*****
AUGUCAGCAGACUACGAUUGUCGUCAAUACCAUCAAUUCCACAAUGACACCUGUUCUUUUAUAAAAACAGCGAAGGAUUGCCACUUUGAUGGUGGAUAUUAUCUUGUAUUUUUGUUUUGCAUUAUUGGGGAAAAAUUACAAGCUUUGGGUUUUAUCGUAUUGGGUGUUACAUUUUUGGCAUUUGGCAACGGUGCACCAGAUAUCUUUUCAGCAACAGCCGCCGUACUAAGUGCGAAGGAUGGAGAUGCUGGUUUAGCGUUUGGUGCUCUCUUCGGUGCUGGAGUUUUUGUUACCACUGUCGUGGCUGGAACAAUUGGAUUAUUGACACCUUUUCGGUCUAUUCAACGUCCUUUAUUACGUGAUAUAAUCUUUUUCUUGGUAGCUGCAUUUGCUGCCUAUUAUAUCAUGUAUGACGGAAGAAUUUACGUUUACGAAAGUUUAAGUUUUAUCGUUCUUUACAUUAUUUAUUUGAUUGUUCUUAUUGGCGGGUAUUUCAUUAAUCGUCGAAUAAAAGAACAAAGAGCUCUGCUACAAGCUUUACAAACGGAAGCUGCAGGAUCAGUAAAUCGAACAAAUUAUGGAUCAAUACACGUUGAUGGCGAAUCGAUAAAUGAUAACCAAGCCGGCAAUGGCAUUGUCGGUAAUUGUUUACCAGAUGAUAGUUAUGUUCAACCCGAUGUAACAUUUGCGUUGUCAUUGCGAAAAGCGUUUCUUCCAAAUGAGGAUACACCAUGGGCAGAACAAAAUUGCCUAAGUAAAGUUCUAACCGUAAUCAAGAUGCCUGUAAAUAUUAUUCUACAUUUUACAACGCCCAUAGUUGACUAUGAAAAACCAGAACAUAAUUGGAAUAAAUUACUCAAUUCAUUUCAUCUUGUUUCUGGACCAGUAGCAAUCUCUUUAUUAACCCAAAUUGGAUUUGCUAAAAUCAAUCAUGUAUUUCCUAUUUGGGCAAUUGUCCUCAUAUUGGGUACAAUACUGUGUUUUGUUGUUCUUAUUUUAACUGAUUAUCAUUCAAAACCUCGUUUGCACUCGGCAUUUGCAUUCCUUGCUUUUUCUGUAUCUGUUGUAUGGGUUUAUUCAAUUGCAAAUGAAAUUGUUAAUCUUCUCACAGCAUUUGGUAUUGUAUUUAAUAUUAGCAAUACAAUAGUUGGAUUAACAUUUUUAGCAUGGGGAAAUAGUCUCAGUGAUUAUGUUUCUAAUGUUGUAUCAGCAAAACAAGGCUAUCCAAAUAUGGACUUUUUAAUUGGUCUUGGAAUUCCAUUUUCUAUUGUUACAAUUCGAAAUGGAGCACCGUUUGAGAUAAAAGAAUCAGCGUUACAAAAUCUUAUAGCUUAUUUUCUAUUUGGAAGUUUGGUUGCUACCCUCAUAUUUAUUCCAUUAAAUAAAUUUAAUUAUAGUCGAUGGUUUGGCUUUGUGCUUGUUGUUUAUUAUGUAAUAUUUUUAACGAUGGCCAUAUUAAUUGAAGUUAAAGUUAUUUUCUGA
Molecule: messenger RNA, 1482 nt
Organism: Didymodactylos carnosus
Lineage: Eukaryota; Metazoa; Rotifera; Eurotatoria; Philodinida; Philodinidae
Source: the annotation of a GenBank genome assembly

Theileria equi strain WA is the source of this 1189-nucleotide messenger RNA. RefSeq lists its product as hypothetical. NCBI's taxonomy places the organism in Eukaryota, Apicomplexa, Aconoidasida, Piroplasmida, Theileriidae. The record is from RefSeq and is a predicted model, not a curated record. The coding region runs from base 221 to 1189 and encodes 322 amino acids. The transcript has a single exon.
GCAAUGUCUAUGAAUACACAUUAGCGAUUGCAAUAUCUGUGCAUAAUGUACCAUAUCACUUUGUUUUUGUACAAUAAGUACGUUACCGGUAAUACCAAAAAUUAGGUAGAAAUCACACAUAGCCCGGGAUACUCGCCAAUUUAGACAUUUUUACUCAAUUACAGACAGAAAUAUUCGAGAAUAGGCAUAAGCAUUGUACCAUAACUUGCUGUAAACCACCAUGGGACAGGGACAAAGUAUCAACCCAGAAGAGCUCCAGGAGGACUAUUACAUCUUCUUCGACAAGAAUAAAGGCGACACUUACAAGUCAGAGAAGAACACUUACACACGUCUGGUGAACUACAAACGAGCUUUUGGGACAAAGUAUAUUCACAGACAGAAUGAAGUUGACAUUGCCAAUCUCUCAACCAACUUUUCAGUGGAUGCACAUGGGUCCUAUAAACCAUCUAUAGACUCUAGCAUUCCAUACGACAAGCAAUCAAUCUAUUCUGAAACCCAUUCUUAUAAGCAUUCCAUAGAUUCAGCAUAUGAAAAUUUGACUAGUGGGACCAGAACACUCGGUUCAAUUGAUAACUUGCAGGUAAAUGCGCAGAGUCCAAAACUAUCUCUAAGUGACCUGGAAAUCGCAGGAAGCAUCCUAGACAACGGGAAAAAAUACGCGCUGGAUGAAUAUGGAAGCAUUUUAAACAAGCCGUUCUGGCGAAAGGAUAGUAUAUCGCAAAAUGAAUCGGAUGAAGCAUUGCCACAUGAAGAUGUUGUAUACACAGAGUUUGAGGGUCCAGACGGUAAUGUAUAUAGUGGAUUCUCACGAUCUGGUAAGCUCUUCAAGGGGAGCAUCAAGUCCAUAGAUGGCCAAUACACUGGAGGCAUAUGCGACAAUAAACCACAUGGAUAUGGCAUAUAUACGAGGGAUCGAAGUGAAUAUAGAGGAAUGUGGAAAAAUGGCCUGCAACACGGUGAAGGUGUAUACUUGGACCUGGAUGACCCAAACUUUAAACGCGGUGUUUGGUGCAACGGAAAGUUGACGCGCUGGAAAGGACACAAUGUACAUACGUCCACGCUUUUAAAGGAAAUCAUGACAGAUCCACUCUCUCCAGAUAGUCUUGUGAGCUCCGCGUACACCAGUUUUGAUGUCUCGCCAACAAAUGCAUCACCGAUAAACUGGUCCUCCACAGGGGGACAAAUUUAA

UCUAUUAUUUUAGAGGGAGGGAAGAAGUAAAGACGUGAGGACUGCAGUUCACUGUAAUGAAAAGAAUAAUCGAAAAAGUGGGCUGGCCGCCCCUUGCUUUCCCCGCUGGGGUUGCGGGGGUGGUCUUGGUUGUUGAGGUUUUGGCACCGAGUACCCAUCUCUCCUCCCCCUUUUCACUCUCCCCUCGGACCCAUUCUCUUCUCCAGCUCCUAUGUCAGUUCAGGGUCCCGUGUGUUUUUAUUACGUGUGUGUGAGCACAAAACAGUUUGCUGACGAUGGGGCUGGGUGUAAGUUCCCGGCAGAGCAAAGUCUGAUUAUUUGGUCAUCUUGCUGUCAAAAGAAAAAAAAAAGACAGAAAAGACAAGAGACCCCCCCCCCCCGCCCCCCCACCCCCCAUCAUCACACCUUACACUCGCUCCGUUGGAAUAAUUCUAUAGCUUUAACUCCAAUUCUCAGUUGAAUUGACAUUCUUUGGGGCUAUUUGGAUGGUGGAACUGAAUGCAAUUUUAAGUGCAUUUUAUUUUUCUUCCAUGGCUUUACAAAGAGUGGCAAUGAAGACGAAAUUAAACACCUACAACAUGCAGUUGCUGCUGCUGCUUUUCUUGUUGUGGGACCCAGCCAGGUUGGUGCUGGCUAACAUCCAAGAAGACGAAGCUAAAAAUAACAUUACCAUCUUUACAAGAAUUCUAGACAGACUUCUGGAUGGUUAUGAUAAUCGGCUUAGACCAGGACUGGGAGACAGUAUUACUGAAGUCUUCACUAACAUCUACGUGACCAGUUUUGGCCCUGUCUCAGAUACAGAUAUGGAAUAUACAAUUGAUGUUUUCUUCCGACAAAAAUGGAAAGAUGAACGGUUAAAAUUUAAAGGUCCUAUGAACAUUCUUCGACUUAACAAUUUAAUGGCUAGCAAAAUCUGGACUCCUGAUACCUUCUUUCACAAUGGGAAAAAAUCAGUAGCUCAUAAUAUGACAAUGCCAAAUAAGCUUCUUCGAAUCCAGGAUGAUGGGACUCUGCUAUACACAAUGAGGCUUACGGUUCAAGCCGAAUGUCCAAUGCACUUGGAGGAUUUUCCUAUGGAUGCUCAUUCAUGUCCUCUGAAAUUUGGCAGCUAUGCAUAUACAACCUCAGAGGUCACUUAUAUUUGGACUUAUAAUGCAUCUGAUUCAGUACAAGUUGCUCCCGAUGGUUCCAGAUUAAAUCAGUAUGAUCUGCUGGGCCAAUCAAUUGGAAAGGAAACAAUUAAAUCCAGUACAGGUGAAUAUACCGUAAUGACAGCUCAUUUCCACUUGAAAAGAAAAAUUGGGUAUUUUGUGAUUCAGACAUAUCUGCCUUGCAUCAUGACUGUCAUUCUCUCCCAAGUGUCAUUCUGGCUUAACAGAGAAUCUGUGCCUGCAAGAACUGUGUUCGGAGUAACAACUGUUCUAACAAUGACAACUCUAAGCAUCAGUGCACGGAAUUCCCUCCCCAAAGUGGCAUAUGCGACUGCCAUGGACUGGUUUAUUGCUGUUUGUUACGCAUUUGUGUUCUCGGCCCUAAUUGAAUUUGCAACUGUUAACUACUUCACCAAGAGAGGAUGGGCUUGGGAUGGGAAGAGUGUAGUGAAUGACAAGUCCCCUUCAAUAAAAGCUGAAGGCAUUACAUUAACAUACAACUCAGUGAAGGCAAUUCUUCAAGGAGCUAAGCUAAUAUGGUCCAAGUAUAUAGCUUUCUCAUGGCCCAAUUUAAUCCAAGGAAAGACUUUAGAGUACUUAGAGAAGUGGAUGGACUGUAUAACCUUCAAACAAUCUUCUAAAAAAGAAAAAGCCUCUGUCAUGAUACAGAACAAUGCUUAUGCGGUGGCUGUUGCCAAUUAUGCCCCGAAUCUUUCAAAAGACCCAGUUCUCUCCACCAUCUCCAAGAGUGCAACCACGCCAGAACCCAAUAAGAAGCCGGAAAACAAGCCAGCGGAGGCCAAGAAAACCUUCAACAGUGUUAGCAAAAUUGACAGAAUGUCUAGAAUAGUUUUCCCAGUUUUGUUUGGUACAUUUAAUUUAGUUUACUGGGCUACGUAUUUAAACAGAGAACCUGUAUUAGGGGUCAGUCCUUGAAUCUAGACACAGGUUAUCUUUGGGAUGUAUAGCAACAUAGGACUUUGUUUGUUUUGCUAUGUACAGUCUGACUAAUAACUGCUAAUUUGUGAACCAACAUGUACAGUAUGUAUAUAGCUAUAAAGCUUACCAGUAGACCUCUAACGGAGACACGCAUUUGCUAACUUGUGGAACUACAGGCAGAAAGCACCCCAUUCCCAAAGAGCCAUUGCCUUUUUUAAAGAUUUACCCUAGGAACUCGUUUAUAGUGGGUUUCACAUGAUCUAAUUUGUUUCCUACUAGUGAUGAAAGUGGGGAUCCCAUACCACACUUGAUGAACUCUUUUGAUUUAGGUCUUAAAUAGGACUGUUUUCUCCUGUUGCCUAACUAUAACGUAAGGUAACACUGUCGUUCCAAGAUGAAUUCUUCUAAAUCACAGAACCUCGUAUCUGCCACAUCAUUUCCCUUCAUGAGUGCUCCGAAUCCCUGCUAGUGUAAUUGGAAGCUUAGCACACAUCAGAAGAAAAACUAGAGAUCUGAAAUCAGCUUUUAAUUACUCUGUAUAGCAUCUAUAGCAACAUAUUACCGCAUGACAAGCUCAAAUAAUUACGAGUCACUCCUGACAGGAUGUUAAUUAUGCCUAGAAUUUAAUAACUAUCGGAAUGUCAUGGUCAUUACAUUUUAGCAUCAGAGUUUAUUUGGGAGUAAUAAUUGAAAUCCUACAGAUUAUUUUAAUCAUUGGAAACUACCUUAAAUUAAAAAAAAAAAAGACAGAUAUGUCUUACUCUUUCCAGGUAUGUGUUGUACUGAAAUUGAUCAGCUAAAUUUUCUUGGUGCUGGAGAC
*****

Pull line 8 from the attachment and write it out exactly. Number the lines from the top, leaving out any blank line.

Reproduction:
UCUAUUAUUUUAGAGGGAGGGAAGAAGUAAAGACGUGAGGACUGCAGUUCACUGUAAUGAAAAGAAUAAUCGAAAAAGUGGGCUGGCCGCCCCUUGCUUUCCCCGCUGGGGUUGCGGGGGUGGUCUUGGUUGUUGAGGUUUUGGCACCGAGUACCCAUCUCUCCUCCCCCUUUUCACUCUCCCCUCGGACCCAUUCUCUUCUCCAGCUCCUAUGUCAGUUCAGGGUCCCGUGUGUUUUUAUUACGUGUGUGUGAGCACAAAACAGUUUGCUGACGAUGGGGCUGGGUGUAAGUUCCCGGCAGAGCAAAGUCUGAUUAUUUGGUCAUCUUGCUGUCAAAAGAAAAAAAAAAGACAGAAAAGACAAGAGACCCCCCCCCCCCGCCCCCCCACCCCCCAUCAUCACACCUUACACUCGCUCCGUUGGAAUAAUUCUAUAGCUUUAACUCCAAUUCUCAGUUGAAUUGACAUUCUUUGGGGCUAUUUGGAUGGUGGAACUGAAUGCAAUUUUAAGUGCAUUUUAUUUUUCUUCCAUGGCUUUACAAAGAGUGGCAAUGAAGACGAAAUUAAACACCUACAACAUGCAGUUGCUGCUGCUGCUUUUCUUGUUGUGGGACCCAGCCAGGUUGGUGCUGGCUAACAUCCAAGAAGACGAAGCUAAAAAUAACAUUACCAUCUUUACAAGAAUUCUAGACAGACUUCUGGAUGGUUAUGAUAAUCGGCUUAGACCAGGACUGGGAGACAGUAUUACUGAAGUCUUCACUAACAUCUACGUGACCAGUUUUGGCCCUGUCUCAGAUACAGAUAUGGAAUAUACAAUUGAUGUUUUCUUCCGACAAAAAUGGAAAGAUGAACGGUUAAAAUUUAAAGGUCCUAUGAACAUUCUUCGACUUAACAAUUUAAUGGCUAGCAAAAUCUGGACUCCUGAUACCUUCUUUCACAAUGGGAAAAAAUCAGUAGCUCAUAAUAUGACAAUGCCAAAUAAGCUUCUUCGAAUCCAGGAUGAUGGGACUCUGCUAUACACAAUGAGGCUUACGGUUCAAGCCGAAUGUCCAAUGCACUUGGAGGAUUUUCCUAUGGAUGCUCAUUCAUGUCCUCUGAAAUUUGGCAGCUAUGCAUAUACAACCUCAGAGGUCACUUAUAUUUGGACUUAUAAUGCAUCUGAUUCAGUACAAGUUGCUCCCGAUGGUUCCAGAUUAAAUCAGUAUGAUCUGCUGGGCCAAUCAAUUGGAAAGGAAACAAUUAAAUCCAGUACAGGUGAAUAUACCGUAAUGACAGCUCAUUUCCACUUGAAAAGAAAAAUUGGGUAUUUUGUGAUUCAGACAUAUCUGCCUUGCAUCAUGACUGUCAUUCUCUCCCAAGUGUCAUUCUGGCUUAACAGAGAAUCUGUGCCUGCAAGAACUGUGUUCGGAGUAACAACUGUUCUAACAAUGACAACUCUAAGCAUCAGUGCACGGAAUUCCCUCCCCAAAGUGGCAUAUGCGACUGCCAUGGACUGGUUUAUUGCUGUUUGUUACGCAUUUGUGUUCUCGGCCCUAAUUGAAUUUGCAACUGUUAACUACUUCACCAAGAGAGGAUGGGCUUGGGAUGGGAAGAGUGUAGUGAAUGACAAGUCCCCUUCAAUAAAAGCUGAAGGCAUUACAUUAACAUACAACUCAGUGAAGGCAAUUCUUCAAGGAGCUAAGCUAAUAUGGUCCAAGUAUAUAGCUUUCUCAUGGCCCAAUUUAAUCCAAGGAAAGACUUUAGAGUACUUAGAGAAGUGGAUGGACUGUAUAACCUUCAAACAAUCUUCUAAAAAAGAAAAAGCCUCUGUCAUGAUACAGAACAAUGCUUAUGCGGUGGCUGUUGCCAAUUAUGCCCCGAAUCUUUCAAAAGACCCAGUUCUCUCCACCAUCUCCAAGAGUGCAACCACGCCAGAACCCAAUAAGAAGCCGGAAAACAAGCCAGCGGAGGCCAAGAAAACCUUCAACAGUGUUAGCAAAAUUGACAGAAUGUCUAGAAUAGUUUUCCCAGUUUUGUUUGGUACAUUUAAUUUAGUUUACUGGGCUACGUAUUUAAACAGAGAACCUGUAUUAGGGGUCAGUCCUUGAAUCUAGACACAGGUUAUCUUUGGGAUGUAUAGCAACAUAGGACUUUGUUUGUUUUGCUAUGUACAGUCUGACUAAUAACUGCUAAUUUGUGAACCAACAUGUACAGUAUGUAUAUAGCUAUAAAGCUUACCAGUAGACCUCUAACGGAGACACGCAUUUGCUAACUUGUGGAACUACAGGCAGAAAGCACCCCAUUCCCAAAGAGCCAUUGCCUUUUUUAAAGAUUUACCCUAGGAACUCGUUUAUAGUGGGUUUCACAUGAUCUAAUUUGUUUCCUACUAGUGAUGAAAGUGGGGAUCCCAUACCACACUUGAUGAACUCUUUUGAUUUAGGUCUUAAAUAGGACUGUUUUCUCCUGUUGCCUAACUAUAACGUAAGGUAACACUGUCGUUCCAAGAUGAAUUCUUCUAAAUCACAGAACCUCGUAUCUGCCACAUCAUUUCCCUUCAUGAGUGCUCCGAAUCCCUGCUAGUGUAAUUGGAAGCUUAGCACACAUCAGAAGAAAAACUAGAGAUCUGAAAUCAGCUUUUAAUUACUCUGUAUAGCAUCUAUAGCAACAUAUUACCGCAUGACAAGCUCAAAUAAUUACGAGUCACUCCUGACAGGAUGUUAAUUAUGCCUAGAAUUUAAUAACUAUCGGAAUGUCAUGGUCAUUACAUUUUAGCAUCAGAGUUUAUUUGGGAGUAAUAAUUGAAAUCCUACAGAUUAUUUUAAUCAUUGGAAACUACCUUAAAUUAAAAAAAAAAAAGACAGAUAUGUCUUACUCUUUCCAGGUAUGUGUUGUACUGAAAUUGAUCAGCUAAAUUUUCUUGGUGCUGGAGAC